Calling Cape Verde Collect.
It’s been a while since I’ve hit your inboxes. I’ve been trying to keep afloat with many obligations in the last few weeks such as finishing out the Substack Food Intensive, wrapping up my role on the set of Taste the Nation, ending my cooking classes with some kiddos before their summer vacations started, and also just trying to be a present wife/dog mom/family member/friend/writer/blah blah blah/[insert next thing here].
Since I was at my max capacity of ALL. THE. THINGS. I decided I didn’t want to make a super extensive recipe for the next Eating A-Z in NYC. I originally had a recipe for a hearty stew, but it’s like 85+ degrees every day in NYC and I have zero excitement about simmering a hot stew for 2.5 hours on my stovetop. So I’m going to give myself some grace and phone it in for this one (promise this is the only time I ever have thus far!).
Here’s the scoop: Cape Verde is a tropical archipelago off the coast of Africa. It was actually an uninhabited island until the 15th century when it was colonized by the Portuguese. It was one of the center points for the Atlantic Slave Trade, which made it a financially prosperous place to be during the height of the AST. Cape Verde lost a lot of its financial footing once the slave trade was quelled. It did make a come back as an important port for shipping and gained its independence from Portugal in 1975.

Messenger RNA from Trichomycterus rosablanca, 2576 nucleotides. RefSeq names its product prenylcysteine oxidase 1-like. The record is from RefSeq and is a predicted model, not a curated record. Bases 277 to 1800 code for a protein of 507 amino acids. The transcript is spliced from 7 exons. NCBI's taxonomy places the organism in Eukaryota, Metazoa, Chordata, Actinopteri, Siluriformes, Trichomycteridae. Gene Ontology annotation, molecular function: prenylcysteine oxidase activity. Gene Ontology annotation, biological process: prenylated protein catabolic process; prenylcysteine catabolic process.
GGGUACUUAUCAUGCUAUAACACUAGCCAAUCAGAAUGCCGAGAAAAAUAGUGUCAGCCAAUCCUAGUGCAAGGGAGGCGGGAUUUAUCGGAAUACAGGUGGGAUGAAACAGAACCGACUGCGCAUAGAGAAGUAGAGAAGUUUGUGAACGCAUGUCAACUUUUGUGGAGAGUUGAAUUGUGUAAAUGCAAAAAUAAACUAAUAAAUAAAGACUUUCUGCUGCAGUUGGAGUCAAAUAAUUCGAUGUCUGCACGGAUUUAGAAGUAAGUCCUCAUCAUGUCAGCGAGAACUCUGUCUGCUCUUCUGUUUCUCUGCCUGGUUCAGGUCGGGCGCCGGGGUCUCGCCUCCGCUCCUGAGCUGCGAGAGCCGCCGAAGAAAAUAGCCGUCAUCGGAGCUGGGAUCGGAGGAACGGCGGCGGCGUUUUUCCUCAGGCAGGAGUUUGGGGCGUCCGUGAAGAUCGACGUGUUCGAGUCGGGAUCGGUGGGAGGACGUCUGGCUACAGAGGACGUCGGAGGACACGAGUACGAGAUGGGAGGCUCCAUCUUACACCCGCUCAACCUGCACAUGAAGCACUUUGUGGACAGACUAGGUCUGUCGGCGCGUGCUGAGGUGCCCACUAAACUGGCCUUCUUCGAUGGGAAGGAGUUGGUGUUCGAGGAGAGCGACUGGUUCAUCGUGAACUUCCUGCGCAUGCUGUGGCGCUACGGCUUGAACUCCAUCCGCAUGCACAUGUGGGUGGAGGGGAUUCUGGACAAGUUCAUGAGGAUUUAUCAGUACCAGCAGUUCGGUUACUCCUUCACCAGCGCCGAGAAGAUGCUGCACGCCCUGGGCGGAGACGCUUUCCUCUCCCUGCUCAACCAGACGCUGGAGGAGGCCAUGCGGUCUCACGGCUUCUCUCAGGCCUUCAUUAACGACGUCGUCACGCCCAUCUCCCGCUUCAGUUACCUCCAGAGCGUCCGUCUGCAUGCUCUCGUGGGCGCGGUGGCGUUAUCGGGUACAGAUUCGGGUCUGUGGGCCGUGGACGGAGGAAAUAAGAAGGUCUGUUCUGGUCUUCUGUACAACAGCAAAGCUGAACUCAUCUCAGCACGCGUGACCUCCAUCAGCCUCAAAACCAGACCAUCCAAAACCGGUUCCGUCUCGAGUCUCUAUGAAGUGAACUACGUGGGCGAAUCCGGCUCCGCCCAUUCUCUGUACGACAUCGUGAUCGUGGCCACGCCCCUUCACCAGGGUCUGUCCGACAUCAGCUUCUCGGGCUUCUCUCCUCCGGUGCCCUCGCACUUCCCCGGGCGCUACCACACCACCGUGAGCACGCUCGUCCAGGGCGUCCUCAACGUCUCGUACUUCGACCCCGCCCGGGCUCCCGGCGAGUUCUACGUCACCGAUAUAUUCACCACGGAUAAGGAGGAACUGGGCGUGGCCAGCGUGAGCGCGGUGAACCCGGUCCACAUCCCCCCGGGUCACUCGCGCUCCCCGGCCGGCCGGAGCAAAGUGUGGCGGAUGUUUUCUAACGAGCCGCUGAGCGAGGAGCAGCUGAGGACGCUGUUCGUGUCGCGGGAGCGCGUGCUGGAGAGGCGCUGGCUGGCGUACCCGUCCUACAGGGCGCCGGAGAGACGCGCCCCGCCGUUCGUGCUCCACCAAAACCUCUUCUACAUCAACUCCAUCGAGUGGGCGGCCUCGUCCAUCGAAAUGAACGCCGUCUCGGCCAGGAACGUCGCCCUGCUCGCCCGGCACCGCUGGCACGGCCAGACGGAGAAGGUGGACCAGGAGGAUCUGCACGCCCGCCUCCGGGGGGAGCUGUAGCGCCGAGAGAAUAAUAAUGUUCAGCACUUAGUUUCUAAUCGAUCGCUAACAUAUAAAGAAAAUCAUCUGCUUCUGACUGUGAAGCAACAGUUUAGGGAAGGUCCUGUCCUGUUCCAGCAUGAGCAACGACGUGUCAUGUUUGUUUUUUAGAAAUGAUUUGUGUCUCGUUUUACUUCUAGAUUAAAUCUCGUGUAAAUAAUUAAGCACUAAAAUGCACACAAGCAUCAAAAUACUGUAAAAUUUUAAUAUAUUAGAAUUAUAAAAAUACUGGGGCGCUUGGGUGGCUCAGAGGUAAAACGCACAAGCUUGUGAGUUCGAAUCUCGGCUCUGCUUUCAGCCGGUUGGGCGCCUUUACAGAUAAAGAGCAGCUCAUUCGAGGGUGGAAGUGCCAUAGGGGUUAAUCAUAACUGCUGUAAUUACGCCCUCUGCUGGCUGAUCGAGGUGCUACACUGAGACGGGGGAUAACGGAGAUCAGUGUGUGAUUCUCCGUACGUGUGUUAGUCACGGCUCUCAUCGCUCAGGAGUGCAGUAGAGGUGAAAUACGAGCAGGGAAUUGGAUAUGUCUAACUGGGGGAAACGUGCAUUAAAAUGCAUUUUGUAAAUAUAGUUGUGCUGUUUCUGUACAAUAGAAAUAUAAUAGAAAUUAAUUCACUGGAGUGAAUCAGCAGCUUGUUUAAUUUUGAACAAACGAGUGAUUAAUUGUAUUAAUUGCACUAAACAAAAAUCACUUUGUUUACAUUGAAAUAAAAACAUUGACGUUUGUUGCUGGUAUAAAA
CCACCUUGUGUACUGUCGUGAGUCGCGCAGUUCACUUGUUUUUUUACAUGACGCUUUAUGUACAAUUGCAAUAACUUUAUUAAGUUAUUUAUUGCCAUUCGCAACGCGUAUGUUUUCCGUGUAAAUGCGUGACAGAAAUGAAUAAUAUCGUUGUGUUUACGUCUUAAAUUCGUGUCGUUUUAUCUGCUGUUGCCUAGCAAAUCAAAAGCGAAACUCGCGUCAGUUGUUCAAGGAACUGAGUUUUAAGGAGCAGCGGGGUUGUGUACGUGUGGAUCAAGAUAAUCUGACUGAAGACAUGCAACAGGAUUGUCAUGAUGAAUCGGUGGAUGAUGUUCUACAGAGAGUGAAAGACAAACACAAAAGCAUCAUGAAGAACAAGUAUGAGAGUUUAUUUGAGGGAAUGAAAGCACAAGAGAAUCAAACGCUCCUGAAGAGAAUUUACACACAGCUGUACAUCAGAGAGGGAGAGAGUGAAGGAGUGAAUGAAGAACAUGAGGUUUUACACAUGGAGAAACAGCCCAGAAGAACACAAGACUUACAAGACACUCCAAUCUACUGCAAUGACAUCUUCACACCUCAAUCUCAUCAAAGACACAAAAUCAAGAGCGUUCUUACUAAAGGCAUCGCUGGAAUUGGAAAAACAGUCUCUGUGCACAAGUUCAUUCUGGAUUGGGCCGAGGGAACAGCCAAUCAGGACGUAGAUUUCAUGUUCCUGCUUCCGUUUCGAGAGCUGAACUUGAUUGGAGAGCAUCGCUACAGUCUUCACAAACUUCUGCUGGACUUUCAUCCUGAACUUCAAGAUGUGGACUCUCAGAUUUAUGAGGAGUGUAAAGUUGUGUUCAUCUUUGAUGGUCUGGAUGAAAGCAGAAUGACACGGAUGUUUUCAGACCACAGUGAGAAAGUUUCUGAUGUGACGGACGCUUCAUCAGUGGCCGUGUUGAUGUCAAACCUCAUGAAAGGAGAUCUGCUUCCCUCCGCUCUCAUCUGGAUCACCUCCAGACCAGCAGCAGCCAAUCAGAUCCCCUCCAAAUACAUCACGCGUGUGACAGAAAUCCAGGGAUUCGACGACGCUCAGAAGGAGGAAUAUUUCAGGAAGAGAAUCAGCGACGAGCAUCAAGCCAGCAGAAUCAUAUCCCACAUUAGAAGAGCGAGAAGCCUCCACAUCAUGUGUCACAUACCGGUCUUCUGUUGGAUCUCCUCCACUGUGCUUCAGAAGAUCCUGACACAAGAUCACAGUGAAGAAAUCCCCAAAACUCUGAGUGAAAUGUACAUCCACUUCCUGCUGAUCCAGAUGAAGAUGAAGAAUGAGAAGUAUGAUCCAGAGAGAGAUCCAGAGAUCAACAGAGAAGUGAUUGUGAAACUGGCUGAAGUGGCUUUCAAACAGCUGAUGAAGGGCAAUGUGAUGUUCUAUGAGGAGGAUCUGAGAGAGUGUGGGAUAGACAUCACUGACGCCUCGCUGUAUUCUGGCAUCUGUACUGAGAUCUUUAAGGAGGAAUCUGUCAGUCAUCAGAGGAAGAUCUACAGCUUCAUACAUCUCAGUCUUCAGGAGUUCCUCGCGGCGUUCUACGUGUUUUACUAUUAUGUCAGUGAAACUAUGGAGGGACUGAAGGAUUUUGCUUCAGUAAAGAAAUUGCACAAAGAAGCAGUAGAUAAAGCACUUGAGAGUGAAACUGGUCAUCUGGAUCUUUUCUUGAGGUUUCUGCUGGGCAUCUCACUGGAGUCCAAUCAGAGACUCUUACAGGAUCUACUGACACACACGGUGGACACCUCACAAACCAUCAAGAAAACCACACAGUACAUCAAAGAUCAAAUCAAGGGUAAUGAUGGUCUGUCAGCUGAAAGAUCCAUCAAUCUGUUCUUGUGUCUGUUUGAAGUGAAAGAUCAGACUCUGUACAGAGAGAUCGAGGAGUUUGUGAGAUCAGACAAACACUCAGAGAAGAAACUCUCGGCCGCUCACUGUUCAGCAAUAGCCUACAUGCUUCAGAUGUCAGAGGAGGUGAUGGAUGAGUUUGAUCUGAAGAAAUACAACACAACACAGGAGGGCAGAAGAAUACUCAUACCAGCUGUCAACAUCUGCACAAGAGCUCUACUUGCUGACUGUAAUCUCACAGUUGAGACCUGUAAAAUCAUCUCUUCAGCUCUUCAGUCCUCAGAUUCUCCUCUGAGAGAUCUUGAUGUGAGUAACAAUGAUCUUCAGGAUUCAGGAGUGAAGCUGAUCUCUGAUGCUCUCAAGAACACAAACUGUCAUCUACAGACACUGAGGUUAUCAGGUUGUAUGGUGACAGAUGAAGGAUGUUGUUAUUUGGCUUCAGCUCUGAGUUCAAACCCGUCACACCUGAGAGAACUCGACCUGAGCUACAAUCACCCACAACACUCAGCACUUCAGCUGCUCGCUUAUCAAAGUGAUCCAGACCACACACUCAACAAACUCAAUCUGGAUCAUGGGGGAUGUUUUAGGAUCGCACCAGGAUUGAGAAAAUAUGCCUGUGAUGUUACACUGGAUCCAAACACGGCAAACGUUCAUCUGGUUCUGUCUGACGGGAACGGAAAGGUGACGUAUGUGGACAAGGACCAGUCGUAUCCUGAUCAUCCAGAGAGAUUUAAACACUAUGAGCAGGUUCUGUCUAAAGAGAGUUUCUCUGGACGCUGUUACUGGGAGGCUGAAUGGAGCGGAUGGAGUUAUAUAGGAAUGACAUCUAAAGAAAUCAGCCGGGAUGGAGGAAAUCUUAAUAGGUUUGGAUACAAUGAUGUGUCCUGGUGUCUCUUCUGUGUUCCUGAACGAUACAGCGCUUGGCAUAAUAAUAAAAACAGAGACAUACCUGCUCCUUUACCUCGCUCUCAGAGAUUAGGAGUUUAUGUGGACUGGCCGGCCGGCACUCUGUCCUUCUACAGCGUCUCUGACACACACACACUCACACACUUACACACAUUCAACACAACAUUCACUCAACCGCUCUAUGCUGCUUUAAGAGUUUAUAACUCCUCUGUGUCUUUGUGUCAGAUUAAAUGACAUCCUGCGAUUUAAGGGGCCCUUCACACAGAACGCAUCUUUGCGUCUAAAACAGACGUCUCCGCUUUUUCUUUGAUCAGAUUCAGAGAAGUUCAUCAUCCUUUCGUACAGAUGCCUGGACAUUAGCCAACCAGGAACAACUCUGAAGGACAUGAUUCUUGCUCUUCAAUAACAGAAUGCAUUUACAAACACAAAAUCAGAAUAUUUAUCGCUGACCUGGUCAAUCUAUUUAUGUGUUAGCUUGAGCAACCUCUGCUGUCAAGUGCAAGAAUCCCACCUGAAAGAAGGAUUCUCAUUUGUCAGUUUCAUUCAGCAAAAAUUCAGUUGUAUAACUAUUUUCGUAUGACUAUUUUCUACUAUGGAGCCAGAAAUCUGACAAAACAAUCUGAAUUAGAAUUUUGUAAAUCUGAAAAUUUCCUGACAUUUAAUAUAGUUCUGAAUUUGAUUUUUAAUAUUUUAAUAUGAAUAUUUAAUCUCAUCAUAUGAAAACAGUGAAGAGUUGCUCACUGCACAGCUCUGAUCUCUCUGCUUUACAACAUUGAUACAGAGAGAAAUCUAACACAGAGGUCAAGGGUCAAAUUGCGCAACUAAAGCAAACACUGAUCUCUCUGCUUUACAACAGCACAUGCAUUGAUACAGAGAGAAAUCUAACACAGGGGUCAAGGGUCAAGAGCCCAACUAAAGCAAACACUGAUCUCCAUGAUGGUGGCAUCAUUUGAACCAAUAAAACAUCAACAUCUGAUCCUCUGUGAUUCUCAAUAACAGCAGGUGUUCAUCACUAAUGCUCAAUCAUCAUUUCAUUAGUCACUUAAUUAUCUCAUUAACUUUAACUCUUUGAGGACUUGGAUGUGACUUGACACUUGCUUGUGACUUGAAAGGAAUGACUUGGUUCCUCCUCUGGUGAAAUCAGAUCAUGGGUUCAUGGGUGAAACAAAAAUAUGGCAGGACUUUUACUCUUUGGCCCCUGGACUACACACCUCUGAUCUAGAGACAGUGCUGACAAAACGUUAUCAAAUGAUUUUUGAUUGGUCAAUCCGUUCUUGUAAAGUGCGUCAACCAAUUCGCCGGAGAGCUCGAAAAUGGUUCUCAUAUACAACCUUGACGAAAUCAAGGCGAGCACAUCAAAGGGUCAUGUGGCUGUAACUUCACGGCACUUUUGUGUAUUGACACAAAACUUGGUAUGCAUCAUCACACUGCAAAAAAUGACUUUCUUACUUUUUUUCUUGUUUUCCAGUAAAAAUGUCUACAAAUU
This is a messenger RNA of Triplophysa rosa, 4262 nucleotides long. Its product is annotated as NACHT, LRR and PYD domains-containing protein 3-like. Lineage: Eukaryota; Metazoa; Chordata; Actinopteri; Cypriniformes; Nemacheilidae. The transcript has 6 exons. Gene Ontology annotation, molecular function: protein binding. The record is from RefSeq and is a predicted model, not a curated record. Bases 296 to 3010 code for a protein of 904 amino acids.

Cape Verdean cuisine is a mix of Portuguese + African flavors that are heavy on seafood dishes and hearty stews. As I said before I wanted to phone this recipe in so I made the easiest dish I could find and that was papaya marmalade and goat cheese. This snack is a favorite amongst Cape Verdeans and I have a weakness for soft cheeses and jams so it was meant to be.
This marmalade might be one of my favorite new things. It does require a little bit of effort on your part to stand around and stir for a bit, but it is so worthwhile. Papaya marmalade is a tropical paradise in every bite. It’s thick and sweet with a hint of floralness (is that even a word?). Basically, it tastes amazing and goes well with soft cheeses, hard cheeses, and should also maybe be eaten with something coconutty. Perhaps drizzled on coconut ice cream?
2 lb. papaya, peeled, deseeded, and mashed (with a fork or food processor)
2 ½ cups sugar
Juice of 3 limes
Clean sterilized glass jars for storage
In a medium saucepan over medium to low heat cook down papaya, sugar, and lime juice. Stir occasionally as you watch the papaya mixture reduce and bubble for about 15-20 minutes.
You want the mixture to lose most of its water so that it can thicken up. Once the marmalade starts to reduce crank the heat up to high and let it boil for 5-7 minutes while stirring continuously.
The marmalade should be able to coat the back of a spoon without sliding off. Let it cool in the saucepan for 2-3 minutes before pouring it into jars. Leave jars open and allow the marmalade to completely cool before lidding.
Let me know if you decide to try this recipe!
Cook. Eat. Repeat.